Shalimar Bagh, Srinagar

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Shalimar Bagh
Shalimar Bagh 1.jpg
Shalimar Bagh's marble pavilion
TypeMughal garden
LocationSrinagar, Jammu and Kashmir, India
Coordinates34°8′32.48″N 74°51′46.48″E / 34.1423556°N 74.8629111°E / 34.1423556; 74.8629111Coordinates: 34°8′32.48″N 74°51′46.48″E / 34.1423556°N 74.8629111°E / 34.1423556; 74.8629111
Area12.4 hectares (31 acres)
Opened1619 A.D. (1619 A.D.)
FounderJahangir
Owned byJammu and Kashmir Tourism Department
Operated byJammu and Kashmir Tourism Department
Websitesrinagar.nic.in

Shalimar Bagh is a Mughal garden in Srinagar, Jammu and Kashmir, India, linked through a channel to the northeast of Dal Lake. It is also known as Shalimar Gardens, Farah Baksh, and Faiz Baksh. The other famous shoreline garden in the vicinity is Nishat Bagh, 'The Garden of Delight'. The Bagh was built by Mughal Emperor Jahangir, for his wife Nur Jahan, in 1619. The Bagh is considered the high point of Mughal horticulture. It is now a public park and also referred to as the "Crown of Srinagar".[1][2]

History[edit]

A view of Shalimar Bagh

Shalimar Bagh was built by Mughal Emperor Jahangir for his wife Nur Jahan, in 1619.[3]

He had this garden made to please his queen.[4] He enlarged the ancient garden in 1619 into a royal garden and called it 'Farah Baksh' ('the delightful'). In 1630, under Emperor Shah Jahan’s orders, Zafar Khan the governor of Kashmir extended it. He named it ‘Faiz Baksh’ ('the bountiful'). It then became a pleasure place for the Sikh governors of the province.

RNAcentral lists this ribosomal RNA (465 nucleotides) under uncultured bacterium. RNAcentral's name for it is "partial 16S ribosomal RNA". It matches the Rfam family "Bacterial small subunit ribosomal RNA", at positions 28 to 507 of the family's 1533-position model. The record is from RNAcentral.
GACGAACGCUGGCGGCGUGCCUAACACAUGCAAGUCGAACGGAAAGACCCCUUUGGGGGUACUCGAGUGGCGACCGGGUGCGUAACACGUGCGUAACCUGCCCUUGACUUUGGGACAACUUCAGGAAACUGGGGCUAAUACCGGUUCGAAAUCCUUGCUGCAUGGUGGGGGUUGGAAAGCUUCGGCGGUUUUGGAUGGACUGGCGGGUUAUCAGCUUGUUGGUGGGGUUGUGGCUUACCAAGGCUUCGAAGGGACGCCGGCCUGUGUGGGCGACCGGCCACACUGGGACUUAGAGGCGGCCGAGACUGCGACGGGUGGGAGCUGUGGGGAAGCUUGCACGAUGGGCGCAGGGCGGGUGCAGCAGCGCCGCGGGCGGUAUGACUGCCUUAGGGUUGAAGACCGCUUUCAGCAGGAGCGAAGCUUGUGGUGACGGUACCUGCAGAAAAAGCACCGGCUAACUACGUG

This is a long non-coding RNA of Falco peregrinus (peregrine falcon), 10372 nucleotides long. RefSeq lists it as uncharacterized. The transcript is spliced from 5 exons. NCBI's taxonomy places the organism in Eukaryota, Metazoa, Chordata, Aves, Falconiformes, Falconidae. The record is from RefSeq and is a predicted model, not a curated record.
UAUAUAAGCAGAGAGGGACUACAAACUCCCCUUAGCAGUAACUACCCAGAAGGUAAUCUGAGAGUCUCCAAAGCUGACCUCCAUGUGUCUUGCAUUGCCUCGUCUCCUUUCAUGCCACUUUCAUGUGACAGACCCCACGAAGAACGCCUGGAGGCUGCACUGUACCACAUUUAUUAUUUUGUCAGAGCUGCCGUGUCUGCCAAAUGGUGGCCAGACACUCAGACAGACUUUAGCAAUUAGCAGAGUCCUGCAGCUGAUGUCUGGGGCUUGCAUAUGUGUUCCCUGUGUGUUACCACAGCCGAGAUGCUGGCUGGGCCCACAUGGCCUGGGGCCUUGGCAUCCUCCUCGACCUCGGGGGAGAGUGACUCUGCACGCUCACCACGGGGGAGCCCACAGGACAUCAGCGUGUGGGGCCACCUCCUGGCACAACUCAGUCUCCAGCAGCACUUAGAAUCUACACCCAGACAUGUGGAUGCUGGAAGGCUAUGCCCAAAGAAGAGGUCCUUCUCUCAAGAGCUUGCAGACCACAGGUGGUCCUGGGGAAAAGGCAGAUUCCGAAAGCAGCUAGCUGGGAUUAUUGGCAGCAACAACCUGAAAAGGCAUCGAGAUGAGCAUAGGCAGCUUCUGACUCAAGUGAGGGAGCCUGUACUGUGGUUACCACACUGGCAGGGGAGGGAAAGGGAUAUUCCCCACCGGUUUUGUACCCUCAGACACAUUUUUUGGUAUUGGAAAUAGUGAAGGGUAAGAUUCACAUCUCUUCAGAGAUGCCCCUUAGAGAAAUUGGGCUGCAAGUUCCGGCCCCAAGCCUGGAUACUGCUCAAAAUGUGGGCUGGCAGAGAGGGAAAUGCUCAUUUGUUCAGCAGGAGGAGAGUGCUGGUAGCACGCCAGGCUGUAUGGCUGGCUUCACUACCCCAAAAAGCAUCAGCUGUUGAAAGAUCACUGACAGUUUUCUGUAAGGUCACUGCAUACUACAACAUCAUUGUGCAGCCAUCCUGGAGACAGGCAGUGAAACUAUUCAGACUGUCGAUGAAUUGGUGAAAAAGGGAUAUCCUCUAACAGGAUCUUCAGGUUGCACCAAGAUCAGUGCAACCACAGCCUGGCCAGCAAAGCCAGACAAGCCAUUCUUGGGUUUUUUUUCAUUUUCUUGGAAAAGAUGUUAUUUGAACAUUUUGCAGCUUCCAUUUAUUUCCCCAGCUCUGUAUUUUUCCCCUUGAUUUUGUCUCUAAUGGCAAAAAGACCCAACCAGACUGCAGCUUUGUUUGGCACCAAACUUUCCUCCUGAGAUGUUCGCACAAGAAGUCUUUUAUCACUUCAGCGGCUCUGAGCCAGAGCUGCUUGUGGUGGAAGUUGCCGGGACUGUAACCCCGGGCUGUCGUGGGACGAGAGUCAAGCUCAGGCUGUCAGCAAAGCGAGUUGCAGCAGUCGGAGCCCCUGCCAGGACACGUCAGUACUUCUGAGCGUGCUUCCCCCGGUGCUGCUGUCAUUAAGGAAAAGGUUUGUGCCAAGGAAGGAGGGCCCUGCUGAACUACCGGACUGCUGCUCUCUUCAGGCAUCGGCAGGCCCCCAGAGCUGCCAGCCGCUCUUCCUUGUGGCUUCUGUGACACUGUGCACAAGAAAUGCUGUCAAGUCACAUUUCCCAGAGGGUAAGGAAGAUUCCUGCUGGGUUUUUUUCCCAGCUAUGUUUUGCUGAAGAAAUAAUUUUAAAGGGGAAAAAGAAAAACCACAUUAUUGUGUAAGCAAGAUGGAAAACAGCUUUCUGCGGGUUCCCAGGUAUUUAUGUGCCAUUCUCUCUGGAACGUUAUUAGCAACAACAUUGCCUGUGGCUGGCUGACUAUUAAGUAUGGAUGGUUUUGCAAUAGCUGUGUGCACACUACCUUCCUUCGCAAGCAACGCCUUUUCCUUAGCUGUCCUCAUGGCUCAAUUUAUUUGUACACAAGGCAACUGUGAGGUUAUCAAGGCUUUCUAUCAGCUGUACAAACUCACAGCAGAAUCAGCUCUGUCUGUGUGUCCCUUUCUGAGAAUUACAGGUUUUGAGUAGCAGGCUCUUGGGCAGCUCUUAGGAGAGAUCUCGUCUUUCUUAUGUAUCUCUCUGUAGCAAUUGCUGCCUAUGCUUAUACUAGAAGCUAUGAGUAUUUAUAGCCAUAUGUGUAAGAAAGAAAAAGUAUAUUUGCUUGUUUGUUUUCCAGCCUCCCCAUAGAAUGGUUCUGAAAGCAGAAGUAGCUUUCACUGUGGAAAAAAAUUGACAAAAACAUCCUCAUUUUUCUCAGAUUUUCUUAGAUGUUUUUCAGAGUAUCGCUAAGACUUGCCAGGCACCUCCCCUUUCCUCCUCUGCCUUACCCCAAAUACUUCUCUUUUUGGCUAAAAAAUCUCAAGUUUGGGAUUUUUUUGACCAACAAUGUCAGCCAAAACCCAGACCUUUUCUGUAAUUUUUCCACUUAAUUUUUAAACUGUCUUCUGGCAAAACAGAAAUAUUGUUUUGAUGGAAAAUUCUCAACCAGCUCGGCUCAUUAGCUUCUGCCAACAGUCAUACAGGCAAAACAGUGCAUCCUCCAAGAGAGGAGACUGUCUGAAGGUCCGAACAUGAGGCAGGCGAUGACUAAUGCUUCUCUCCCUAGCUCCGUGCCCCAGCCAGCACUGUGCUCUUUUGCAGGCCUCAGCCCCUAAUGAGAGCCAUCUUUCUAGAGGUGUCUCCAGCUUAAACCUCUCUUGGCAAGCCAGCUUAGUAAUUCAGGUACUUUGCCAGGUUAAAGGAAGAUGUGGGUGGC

During the rule of Maharaja Ranjit Singh, the marble pavilion was the guest house for European visitors. Electrification of the premises was done during Maharaja Hari Singh’s rule. Thus, over the years, the garden was extended and improved by many rulers and called by different names, but the most popular name ‘Shalimar Bagh’ continues to this day.[2][5]

During the Mughal period, in particular, Emperor Jahangir and his wife Nur Jahan were so enamoured of Kashmir that during summer they moved to Srinagar with their full-court entourage from Delhi at least 13 times. Shalimar Bagh was their imperial summer residence and the Royal Court. They crossed the arduous snowy passes of the Pir Panjal mountain range on elephants to reach Srinagar.[6]

Layout[edit]

Entrance channel to Shalimar Bagh from Dal Lake, 1864 view

The layout of the garden is an adaptation of another Islamic garden layout known as the Persian gardens. The garden was built on flat land on a square plan with four radiating arms from a central location as the water source. It needed to be modified to suit the hilly terrain and availability of a well, which could be diverted from a higher elevation to the planned gardens. Modifications involved the main channel running through the garden axially from top to the lowest point. This central channel, known as the Shah Nahar, is the main axis of the garden. It runs through three terraces. This layout left out the radial arms and the shape became rectangular, instead of a square plan of the Chahar Bagh.[2]